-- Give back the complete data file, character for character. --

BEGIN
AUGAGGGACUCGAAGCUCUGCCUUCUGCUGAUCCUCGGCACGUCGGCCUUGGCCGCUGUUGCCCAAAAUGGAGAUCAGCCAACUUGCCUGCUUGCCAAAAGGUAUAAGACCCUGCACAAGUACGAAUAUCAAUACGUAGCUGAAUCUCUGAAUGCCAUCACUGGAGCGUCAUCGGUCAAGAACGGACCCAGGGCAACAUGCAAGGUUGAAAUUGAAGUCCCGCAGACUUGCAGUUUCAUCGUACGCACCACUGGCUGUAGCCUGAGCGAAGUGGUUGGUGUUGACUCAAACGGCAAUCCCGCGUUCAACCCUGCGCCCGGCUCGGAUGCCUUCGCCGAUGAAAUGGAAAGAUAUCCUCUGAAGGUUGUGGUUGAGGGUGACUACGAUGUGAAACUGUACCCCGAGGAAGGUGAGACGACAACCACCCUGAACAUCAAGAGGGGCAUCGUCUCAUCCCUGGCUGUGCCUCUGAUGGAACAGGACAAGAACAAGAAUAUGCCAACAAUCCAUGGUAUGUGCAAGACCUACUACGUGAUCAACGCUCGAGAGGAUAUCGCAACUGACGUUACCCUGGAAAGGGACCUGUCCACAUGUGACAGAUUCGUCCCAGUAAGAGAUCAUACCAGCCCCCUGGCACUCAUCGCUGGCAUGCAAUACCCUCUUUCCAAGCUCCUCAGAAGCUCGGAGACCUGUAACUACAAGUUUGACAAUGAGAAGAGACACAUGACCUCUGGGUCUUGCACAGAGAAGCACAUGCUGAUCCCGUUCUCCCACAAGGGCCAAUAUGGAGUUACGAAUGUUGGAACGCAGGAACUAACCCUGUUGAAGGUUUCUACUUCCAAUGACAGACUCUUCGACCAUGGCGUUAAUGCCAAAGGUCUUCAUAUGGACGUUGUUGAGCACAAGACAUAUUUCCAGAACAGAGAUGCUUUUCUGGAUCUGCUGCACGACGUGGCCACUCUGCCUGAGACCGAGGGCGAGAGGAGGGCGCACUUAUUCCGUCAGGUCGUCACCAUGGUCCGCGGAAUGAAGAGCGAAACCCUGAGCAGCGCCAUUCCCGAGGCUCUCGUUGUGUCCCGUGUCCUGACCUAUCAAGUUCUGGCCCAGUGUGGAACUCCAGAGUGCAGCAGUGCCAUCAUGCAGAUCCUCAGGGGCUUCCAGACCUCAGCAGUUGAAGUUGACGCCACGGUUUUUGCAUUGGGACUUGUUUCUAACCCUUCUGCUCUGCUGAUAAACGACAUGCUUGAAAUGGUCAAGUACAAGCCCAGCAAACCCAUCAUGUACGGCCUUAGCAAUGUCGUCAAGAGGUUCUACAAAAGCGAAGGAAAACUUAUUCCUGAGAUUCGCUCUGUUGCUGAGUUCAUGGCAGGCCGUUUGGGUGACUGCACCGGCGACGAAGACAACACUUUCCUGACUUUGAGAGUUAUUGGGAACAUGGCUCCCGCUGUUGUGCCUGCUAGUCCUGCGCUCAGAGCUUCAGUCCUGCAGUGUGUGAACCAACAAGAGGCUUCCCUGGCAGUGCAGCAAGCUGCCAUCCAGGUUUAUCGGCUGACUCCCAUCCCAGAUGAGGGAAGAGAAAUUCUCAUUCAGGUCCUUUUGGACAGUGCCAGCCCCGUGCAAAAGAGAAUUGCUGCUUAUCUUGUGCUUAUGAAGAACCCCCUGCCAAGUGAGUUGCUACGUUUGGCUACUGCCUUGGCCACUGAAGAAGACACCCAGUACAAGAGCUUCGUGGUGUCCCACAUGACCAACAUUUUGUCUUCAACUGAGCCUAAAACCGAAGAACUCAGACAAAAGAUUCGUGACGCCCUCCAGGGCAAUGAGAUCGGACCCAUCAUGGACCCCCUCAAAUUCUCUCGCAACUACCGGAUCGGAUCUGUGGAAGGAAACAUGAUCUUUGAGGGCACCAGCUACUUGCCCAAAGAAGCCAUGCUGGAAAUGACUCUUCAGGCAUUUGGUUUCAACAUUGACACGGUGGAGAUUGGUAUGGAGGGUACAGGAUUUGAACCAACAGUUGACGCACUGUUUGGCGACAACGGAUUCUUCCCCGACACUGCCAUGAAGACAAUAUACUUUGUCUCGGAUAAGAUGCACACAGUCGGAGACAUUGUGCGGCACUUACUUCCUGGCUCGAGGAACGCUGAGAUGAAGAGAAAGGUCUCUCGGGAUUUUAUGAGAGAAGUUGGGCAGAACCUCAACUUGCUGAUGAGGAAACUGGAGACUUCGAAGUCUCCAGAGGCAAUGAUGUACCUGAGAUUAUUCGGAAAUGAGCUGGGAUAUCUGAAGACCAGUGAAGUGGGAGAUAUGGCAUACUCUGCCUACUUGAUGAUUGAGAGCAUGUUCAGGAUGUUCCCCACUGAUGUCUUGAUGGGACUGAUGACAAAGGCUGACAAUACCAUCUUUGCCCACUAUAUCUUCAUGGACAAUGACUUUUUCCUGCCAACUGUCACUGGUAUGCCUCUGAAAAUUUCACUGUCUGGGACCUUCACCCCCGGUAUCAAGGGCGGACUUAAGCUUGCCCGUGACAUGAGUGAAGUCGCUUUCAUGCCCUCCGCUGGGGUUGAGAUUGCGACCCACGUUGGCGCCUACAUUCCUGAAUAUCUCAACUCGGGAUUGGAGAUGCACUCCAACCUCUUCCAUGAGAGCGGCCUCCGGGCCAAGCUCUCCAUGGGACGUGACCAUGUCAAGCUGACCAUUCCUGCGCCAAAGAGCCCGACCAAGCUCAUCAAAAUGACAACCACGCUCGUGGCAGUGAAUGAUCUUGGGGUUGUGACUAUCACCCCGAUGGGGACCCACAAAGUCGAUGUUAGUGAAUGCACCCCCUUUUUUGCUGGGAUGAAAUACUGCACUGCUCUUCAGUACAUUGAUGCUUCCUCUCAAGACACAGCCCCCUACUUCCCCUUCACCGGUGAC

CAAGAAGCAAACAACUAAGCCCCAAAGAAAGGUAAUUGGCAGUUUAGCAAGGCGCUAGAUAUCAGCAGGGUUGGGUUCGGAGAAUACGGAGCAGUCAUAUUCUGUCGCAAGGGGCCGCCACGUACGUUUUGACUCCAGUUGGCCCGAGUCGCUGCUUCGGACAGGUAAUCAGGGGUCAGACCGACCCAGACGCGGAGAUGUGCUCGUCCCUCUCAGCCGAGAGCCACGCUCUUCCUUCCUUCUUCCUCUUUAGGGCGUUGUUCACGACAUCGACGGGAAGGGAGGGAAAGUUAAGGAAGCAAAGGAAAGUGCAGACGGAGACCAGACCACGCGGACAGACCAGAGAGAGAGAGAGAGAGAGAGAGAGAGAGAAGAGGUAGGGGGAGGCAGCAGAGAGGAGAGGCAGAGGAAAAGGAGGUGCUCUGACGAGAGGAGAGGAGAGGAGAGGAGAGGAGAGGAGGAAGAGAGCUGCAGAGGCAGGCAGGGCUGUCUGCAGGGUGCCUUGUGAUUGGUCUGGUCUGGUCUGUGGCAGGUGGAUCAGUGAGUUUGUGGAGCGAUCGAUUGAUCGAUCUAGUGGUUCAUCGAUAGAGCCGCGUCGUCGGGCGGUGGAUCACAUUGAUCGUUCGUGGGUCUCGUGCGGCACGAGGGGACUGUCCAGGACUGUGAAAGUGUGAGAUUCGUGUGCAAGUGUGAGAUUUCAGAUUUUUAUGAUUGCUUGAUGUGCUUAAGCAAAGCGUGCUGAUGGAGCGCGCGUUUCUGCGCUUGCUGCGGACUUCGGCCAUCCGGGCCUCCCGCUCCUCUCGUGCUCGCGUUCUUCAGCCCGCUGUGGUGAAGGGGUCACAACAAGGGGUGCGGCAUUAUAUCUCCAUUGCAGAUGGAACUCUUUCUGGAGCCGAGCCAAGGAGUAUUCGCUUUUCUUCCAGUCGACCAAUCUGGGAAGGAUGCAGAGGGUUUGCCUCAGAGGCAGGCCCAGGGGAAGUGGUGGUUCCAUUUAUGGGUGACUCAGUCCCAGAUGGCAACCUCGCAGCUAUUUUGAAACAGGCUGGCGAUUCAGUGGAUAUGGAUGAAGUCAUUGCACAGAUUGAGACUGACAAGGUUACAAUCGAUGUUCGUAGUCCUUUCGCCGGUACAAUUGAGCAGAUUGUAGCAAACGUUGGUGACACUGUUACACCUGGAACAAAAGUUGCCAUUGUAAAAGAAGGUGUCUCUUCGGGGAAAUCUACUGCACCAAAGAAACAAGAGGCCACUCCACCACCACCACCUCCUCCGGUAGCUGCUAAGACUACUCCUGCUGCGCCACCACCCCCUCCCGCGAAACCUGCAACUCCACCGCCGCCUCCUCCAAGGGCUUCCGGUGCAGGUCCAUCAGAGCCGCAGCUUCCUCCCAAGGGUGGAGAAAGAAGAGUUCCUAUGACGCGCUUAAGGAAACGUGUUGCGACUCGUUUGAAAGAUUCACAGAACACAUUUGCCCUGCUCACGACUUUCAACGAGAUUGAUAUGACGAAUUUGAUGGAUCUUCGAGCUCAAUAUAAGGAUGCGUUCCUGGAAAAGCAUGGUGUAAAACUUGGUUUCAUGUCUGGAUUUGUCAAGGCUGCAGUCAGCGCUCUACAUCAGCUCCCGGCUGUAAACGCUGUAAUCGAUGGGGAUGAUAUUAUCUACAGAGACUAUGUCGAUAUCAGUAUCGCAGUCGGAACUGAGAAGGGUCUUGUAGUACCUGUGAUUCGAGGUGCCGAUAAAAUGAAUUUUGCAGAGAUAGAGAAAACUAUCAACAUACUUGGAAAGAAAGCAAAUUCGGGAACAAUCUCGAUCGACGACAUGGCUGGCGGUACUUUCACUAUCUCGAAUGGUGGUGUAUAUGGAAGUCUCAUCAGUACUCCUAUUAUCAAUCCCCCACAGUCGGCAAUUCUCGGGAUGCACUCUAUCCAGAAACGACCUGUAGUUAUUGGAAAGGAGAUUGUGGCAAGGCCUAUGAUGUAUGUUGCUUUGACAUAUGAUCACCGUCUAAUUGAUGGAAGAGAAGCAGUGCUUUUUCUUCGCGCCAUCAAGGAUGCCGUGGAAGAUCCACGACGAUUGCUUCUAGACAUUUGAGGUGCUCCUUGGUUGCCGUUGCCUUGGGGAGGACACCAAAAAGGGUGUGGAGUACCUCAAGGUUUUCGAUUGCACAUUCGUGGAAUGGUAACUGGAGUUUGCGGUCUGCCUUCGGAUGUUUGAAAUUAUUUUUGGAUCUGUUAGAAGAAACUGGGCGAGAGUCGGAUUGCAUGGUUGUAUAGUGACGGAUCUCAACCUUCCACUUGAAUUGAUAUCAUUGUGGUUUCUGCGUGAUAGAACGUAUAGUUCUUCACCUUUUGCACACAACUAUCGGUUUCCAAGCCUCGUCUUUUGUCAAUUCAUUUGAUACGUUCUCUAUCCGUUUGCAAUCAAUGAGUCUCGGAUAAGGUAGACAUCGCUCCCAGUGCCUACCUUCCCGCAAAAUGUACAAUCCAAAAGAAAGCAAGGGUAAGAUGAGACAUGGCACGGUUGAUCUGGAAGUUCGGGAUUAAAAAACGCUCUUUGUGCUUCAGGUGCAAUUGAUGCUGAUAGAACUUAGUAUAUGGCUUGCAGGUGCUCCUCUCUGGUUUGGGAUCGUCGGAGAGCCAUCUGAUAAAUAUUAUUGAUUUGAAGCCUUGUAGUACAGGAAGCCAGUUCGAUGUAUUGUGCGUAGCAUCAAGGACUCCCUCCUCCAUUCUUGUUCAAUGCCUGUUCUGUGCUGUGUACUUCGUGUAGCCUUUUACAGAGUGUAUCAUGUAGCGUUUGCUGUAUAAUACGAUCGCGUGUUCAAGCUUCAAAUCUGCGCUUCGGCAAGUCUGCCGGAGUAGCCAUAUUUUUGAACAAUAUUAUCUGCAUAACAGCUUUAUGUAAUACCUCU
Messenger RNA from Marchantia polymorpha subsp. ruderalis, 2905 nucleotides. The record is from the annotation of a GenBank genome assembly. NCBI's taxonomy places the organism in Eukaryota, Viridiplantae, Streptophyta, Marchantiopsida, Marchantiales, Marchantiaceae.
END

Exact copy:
AUGAGGGACUCGAAGCUCUGCCUUCUGCUGAUCCUCGGCACGUCGGCCUUGGCCGCUGUUGCCCAAAAUGGAGAUCAGCCAACUUGCCUGCUUGCCAAAAGGUAUAAGACCCUGCACAAGUACGAAUAUCAAUACGUAGCUGAAUCUCUGAAUGCCAUCACUGGAGCGUCAUCGGUCAAGAACGGACCCAGGGCAACAUGCAAGGUUGAAAUUGAAGUCCCGCAGACUUGCAGUUUCAUCGUACGCACCACUGGCUGUAGCCUGAGCGAAGUGGUUGGUGUUGACUCAAACGGCAAUCCCGCGUUCAACCCUGCGCCCGGCUCGGAUGCCUUCGCCGAUGAAAUGGAAAGAUAUCCUCUGAAGGUUGUGGUUGAGGGUGACUACGAUGUGAAACUGUACCCCGAGGAAGGUGAGACGACAACCACCCUGAACAUCAAGAGGGGCAUCGUCUCAUCCCUGGCUGUGCCUCUGAUGGAACAGGACAAGAACAAGAAUAUGCCAACAAUCCAUGGUAUGUGCAAGACCUACUACGUGAUCAACGCUCGAGAGGAUAUCGCAACUGACGUUACCCUGGAAAGGGACCUGUCCACAUGUGACAGAUUCGUCCCAGUAAGAGAUCAUACCAGCCCCCUGGCACUCAUCGCUGGCAUGCAAUACCCUCUUUCCAAGCUCCUCAGAAGCUCGGAGACCUGUAACUACAAGUUUGACAAUGAGAAGAGACACAUGACCUCUGGGUCUUGCACAGAGAAGCACAUGCUGAUCCCGUUCUCCCACAAGGGCCAAUAUGGAGUUACGAAUGUUGGAACGCAGGAACUAACCCUGUUGAAGGUUUCUACUUCCAAUGACAGACUCUUCGACCAUGGCGUUAAUGCCAAAGGUCUUCAUAUGGACGUUGUUGAGCACAAGACAUAUUUCCAGAACAGAGAUGCUUUUCUGGAUCUGCUGCACGACGUGGCCACUCUGCCUGAGACCGAGGGCGAGAGGAGGGCGCACUUAUUCCGUCAGGUCGUCACCAUGGUCCGCGGAAUGAAGAGCGAAACCCUGAGCAGCGCCAUUCCCGAGGCUCUCGUUGUGUCCCGUGUCCUGACCUAUCAAGUUCUGGCCCAGUGUGGAACUCCAGAGUGCAGCAGUGCCAUCAUGCAGAUCCUCAGGGGCUUCCAGACCUCAGCAGUUGAAGUUGACGCCACGGUUUUUGCAUUGGGACUUGUUUCUAACCCUUCUGCUCUGCUGAUAAACGACAUGCUUGAAAUGGUCAAGUACAAGCCCAGCAAACCCAUCAUGUACGGCCUUAGCAAUGUCGUCAAGAGGUUCUACAAAAGCGAAGGAAAACUUAUUCCUGAGAUUCGCUCUGUUGCUGAGUUCAUGGCAGGCCGUUUGGGUGACUGCACCGGCGACGAAGACAACACUUUCCUGACUUUGAGAGUUAUUGGGAACAUGGCUCCCGCUGUUGUGCCUGCUAGUCCUGCGCUCAGAGCUUCAGUCCUGCAGUGUGUGAACCAACAAGAGGCUUCCCUGGCAGUGCAGCAAGCUGCCAUCCAGGUUUAUCGGCUGACUCCCAUCCCAGAUGAGGGAAGAGAAAUUCUCAUUCAGGUCCUUUUGGACAGUGCCAGCCCCGUGCAAAAGAGAAUUGCUGCUUAUCUUGUGCUUAUGAAGAACCCCCUGCCAAGUGAGUUGCUACGUUUGGCUACUGCCUUGGCCACUGAAGAAGACACCCAGUACAAGAGCUUCGUGGUGUCCCACAUGACCAACAUUUUGUCUUCAACUGAGCCUAAAACCGAAGAACUCAGACAAAAGAUUCGUGACGCCCUCCAGGGCAAUGAGAUCGGACCCAUCAUGGACCCCCUCAAAUUCUCUCGCAACUACCGGAUCGGAUCUGUGGAAGGAAACAUGAUCUUUGAGGGCACCAGCUACUUGCCCAAAGAAGCCAUGCUGGAAAUGACUCUUCAGGCAUUUGGUUUCAACAUUGACACGGUGGAGAUUGGUAUGGAGGGUACAGGAUUUGAACCAACAGUUGACGCACUGUUUGGCGACAACGGAUUCUUCCCCGACACUGCCAUGAAGACAAUAUACUUUGUCUCGGAUAAGAUGCACACAGUCGGAGACAUUGUGCGGCACUUACUUCCUGGCUCGAGGAACGCUGAGAUGAAGAGAAAGGUCUCUCGGGAUUUUAUGAGAGAAGUUGGGCAGAACCUCAACUUGCUGAUGAGGAAACUGGAGACUUCGAAGUCUCCAGAGGCAAUGAUGUACCUGAGAUUAUUCGGAAAUGAGCUGGGAUAUCUGAAGACCAGUGAAGUGGGAGAUAUGGCAUACUCUGCCUACUUGAUGAUUGAGAGCAUGUUCAGGAUGUUCCCCACUGAUGUCUUGAUGGGACUGAUGACAAAGGCUGACAAUACCAUCUUUGCCCACUAUAUCUUCAUGGACAAUGACUUUUUCCUGCCAACUGUCACUGGUAUGCCUCUGAAAAUUUCACUGUCUGGGACCUUCACCCCCGGUAUCAAGGGCGGACUUAAGCUUGCCCGUGACAUGAGUGAAGUCGCUUUCAUGCCCUCCGCUGGGGUUGAGAUUGCGACCCACGUUGGCGCCUACAUUCCUGAAUAUCUCAACUCGGGAUUGGAGAUGCACUCCAACCUCUUCCAUGAGAGCGGCCUCCGGGCCAAGCUCUCCAUGGGACGUGACCAUGUCAAGCUGACCAUUCCUGCGCCAAAGAGCCCGACCAAGCUCAUCAAAAUGACAACCACGCUCGUGGCAGUGAAUGAUCUUGGGGUUGUGACUAUCACCCCGAUGGGGACCCACAAAGUCGAUGUUAGUGAAUGCACCCCCUUUUUUGCUGGGAUGAAAUACUGCACUGCUCUUCAGUACAUUGAUGCUUCCUCUCAAGACACAGCCCCCUACUUCCCCUUCACCGGUGAC

CAAGAAGCAAACAACUAAGCCCCAAAGAAAGGUAAUUGGCAGUUUAGCAAGGCGCUAGAUAUCAGCAGGGUUGGGUUCGGAGAAUACGGAGCAGUCAUAUUCUGUCGCAAGGGGCCGCCACGUACGUUUUGACUCCAGUUGGCCCGAGUCGCUGCUUCGGACAGGUAAUCAGGGGUCAGACCGACCCAGACGCGGAGAUGUGCUCGUCCCUCUCAGCCGAGAGCCACGCUCUUCCUUCCUUCUUCCUCUUUAGGGCGUUGUUCACGACAUCGACGGGAAGGGAGGGAAAGUUAAGGAAGCAAAGGAAAGUGCAGACGGAGACCAGACCACGCGGACAGACCAGAGAGAGAGAGAGAGAGAGAGAGAGAGAGAAGAGGUAGGGGGAGGCAGCAGAGAGGAGAGGCAGAGGAAAAGGAGGUGCUCUGACGAGAGGAGAGGAGAGGAGAGGAGAGGAGAGGAGGAAGAGAGCUGCAGAGGCAGGCAGGGCUGUCUGCAGGGUGCCUUGUGAUUGGUCUGGUCUGGUCUGUGGCAGGUGGAUCAGUGAGUUUGUGGAGCGAUCGAUUGAUCGAUCUAGUGGUUCAUCGAUAGAGCCGCGUCGUCGGGCGGUGGAUCACAUUGAUCGUUCGUGGGUCUCGUGCGGCACGAGGGGACUGUCCAGGACUGUGAAAGUGUGAGAUUCGUGUGCAAGUGUGAGAUUUCAGAUUUUUAUGAUUGCUUGAUGUGCUUAAGCAAAGCGUGCUGAUGGAGCGCGCGUUUCUGCGCUUGCUGCGGACUUCGGCCAUCCGGGCCUCCCGCUCCUCUCGUGCUCGCGUUCUUCAGCCCGCUGUGGUGAAGGGGUCACAACAAGGGGUGCGGCAUUAUAUCUCCAUUGCAGAUGGAACUCUUUCUGGAGCCGAGCCAAGGAGUAUUCGCUUUUCUUCCAGUCGACCAAUCUGGGAAGGAUGCAGAGGGUUUGCCUCAGAGGCAGGCCCAGGGGAAGUGGUGGUUCCAUUUAUGGGUGACUCAGUCCCAGAUGGCAACCUCGCAGCUAUUUUGAAACAGGCUGGCGAUUCAGUGGAUAUGGAUGAAGUCAUUGCACAGAUUGAGACUGACAAGGUUACAAUCGAUGUUCGUAGUCCUUUCGCCGGUACAAUUGAGCAGAUUGUAGCAAACGUUGGUGACACUGUUACACCUGGAACAAAAGUUGCCAUUGUAAAAGAAGGUGUCUCUUCGGGGAAAUCUACUGCACCAAAGAAACAAGAGGCCACUCCACCACCACCACCUCCUCCGGUAGCUGCUAAGACUACUCCUGCUGCGCCACCACCCCCUCCCGCGAAACCUGCAACUCCACCGCCGCCUCCUCCAAGGGCUUCCGGUGCAGGUCCAUCAGAGCCGCAGCUUCCUCCCAAGGGUGGAGAAAGAAGAGUUCCUAUGACGCGCUUAAGGAAACGUGUUGCGACUCGUUUGAAAGAUUCACAGAACACAUUUGCCCUGCUCACGACUUUCAACGAGAUUGAUAUGACGAAUUUGAUGGAUCUUCGAGCUCAAUAUAAGGAUGCGUUCCUGGAAAAGCAUGGUGUAAAACUUGGUUUCAUGUCUGGAUUUGUCAAGGCUGCAGUCAGCGCUCUACAUCAGCUCCCGGCUGUAAACGCUGUAAUCGAUGGGGAUGAUAUUAUCUACAGAGACUAUGUCGAUAUCAGUAUCGCAGUCGGAACUGAGAAGGGUCUUGUAGUACCUGUGAUUCGAGGUGCCGAUAAAAUGAAUUUUGCAGAGAUAGAGAAAACUAUCAACAUACUUGGAAAGAAAGCAAAUUCGGGAACAAUCUCGAUCGACGACAUGGCUGGCGGUACUUUCACUAUCUCGAAUGGUGGUGUAUAUGGAAGUCUCAUCAGUACUCCUAUUAUCAAUCCCCCACAGUCGGCAAUUCUCGGGAUGCACUCUAUCCAGAAACGACCUGUAGUUAUUGGAAAGGAGAUUGUGGCAAGGCCUAUGAUGUAUGUUGCUUUGACAUAUGAUCACCGUCUAAUUGAUGGAAGAGAAGCAGUGCUUUUUCUUCGCGCCAUCAAGGAUGCCGUGGAAGAUCCACGACGAUUGCUUCUAGACAUUUGAGGUGCUCCUUGGUUGCCGUUGCCUUGGGGAGGACACCAAAAAGGGUGUGGAGUACCUCAAGGUUUUCGAUUGCACAUUCGUGGAAUGGUAACUGGAGUUUGCGGUCUGCCUUCGGAUGUUUGAAAUUAUUUUUGGAUCUGUUAGAAGAAACUGGGCGAGAGUCGGAUUGCAUGGUUGUAUAGUGACGGAUCUCAACCUUCCACUUGAAUUGAUAUCAUUGUGGUUUCUGCGUGAUAGAACGUAUAGUUCUUCACCUUUUGCACACAACUAUCGGUUUCCAAGCCUCGUCUUUUGUCAAUUCAUUUGAUACGUUCUCUAUCCGUUUGCAAUCAAUGAGUCUCGGAUAAGGUAGACAUCGCUCCCAGUGCCUACCUUCCCGCAAAAUGUACAAUCCAAAAGAAAGCAAGGGUAAGAUGAGACAUGGCACGGUUGAUCUGGAAGUUCGGGAUUAAAAAACGCUCUUUGUGCUUCAGGUGCAAUUGAUGCUGAUAGAACUUAGUAUAUGGCUUGCAGGUGCUCCUCUCUGGUUUGGGAUCGUCGGAGAGCCAUCUGAUAAAUAUUAUUGAUUUGAAGCCUUGUAGUACAGGAAGCCAGUUCGAUGUAUUGUGCGUAGCAUCAAGGACUCCCUCCUCCAUUCUUGUUCAAUGCCUGUUCUGUGCUGUGUACUUCGUGUAGCCUUUUACAGAGUGUAUCAUGUAGCGUUUGCUGUAUAAUACGAUCGCGUGUUCAAGCUUCAAAUCUGCGCUUCGGCAAGUCUGCCGGAGUAGCCAUAUUUUUGAACAAUAUUAUCUGCAUAACAGCUUUAUGUAAUACCUCU
Messenger RNA from Marchantia polymorpha subsp. ruderalis, 2905 nucleotides. The record is from the annotation of a GenBank genome assembly. NCBI's taxonomy places the organism in Eukaryota, Viridiplantae, Streptophyta, Marchantiopsida, Marchantiales, Marchantiaceae.